colloquially known as 'grind schools'. Full-time private tuition centres. where private colleges or 'grind schools' actively market their results without reference to the socially and academically selective nature of the application process. Social class profile of school types. National parent bodies also oppose league tables (Catholic Schools Parents Association. seeking to make 'informed choices' about their children's education. 2004). who are widely recognized as the most influential body in the education sector. Such marketing strategies appeal directly to the 'active consumerism' of the middle classes (Gewirtz. and 5
4030 20 10 0
Designated Disadvantaged Fee-paying Secondary Free-scheme Secondary Community Colleges
]Social Classes 6 and 7
Figure 1. schools and the convertibility of economic capital
100 90 80" 70 60 50
Social Classes 1 and 2
Social Classes 3. The absence of information about examination results within the state system is in sharp contrast to the private sector.Markets. 2001). are businesses set up to prepare students for examinations. The case for full disclosure of results has been taken to the courts by a number of national newspapers but has not succeeded. 2004).ie.
. 4. School examination results are not published and there is an ongoing debate about the desirability of such a development. especially the Leaving Certificate. 2004) although they have called for more accurate information on schools so they 'can make the best possible choice for their child' (cited in skoool. and from the Joint Managerial Body (the body representing all secondary school managers). There is strong opposition to the potential institution of school league tables from the teacher unions (Association of Secondary Teachers of Ireland. will consider a move to the private sector in order to create class advantage for their children. who. Source: Lynch and Lodge (2002)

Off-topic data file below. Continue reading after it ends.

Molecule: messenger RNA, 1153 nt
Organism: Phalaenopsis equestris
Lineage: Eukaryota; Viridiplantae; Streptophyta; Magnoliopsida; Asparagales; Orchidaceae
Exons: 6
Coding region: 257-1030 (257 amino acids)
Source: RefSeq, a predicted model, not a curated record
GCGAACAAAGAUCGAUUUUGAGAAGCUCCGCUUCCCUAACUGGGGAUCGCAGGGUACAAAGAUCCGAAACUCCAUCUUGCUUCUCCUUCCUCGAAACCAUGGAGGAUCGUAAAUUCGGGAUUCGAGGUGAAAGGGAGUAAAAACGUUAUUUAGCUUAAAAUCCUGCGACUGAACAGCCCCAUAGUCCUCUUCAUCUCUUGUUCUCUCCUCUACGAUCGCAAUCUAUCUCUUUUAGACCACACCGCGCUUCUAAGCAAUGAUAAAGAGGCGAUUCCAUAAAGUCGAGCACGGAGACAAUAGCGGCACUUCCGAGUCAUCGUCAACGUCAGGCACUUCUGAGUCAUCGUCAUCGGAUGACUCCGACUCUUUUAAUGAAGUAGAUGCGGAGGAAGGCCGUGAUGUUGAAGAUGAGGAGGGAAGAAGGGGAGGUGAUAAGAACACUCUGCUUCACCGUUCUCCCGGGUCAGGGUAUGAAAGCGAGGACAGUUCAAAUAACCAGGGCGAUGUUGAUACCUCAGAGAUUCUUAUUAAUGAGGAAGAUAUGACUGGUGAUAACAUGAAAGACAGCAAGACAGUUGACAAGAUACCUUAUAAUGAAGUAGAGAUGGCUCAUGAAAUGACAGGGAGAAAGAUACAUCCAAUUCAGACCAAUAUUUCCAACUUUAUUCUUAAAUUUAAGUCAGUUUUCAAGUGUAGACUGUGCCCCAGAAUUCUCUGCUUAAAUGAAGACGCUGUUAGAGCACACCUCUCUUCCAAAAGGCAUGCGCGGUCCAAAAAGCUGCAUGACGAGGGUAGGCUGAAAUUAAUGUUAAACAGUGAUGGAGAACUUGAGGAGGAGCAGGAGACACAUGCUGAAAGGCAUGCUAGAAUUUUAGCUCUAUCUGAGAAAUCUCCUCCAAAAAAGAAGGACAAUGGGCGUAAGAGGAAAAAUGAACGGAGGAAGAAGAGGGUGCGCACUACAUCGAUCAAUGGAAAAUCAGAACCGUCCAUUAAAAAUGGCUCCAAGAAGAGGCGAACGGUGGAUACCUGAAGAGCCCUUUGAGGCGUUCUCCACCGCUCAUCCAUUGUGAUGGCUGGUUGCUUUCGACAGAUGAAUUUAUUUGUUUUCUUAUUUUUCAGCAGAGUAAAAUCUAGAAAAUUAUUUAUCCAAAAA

The role of private businesses Ireland does not have official school league tables and rankings.
with just over one-half of all students taking grinds. 1994). Paralleling the 'grind schools' is a substantial private market for individual tutors. research by the Economic and Social Research Institute in 1994 found that almost one-third of students preparing for the Leaving Certificate examination took grinds outside of school (Economic and Social Research Institute. Although the DES requests information annually from 'grind schools' publicly listed or known to them by other means. In addition. 2282 students were reported as studying full-time for the Leaving Certificate in 2002-03. although the DES only obtained information from 11 when they requested it in 2003.230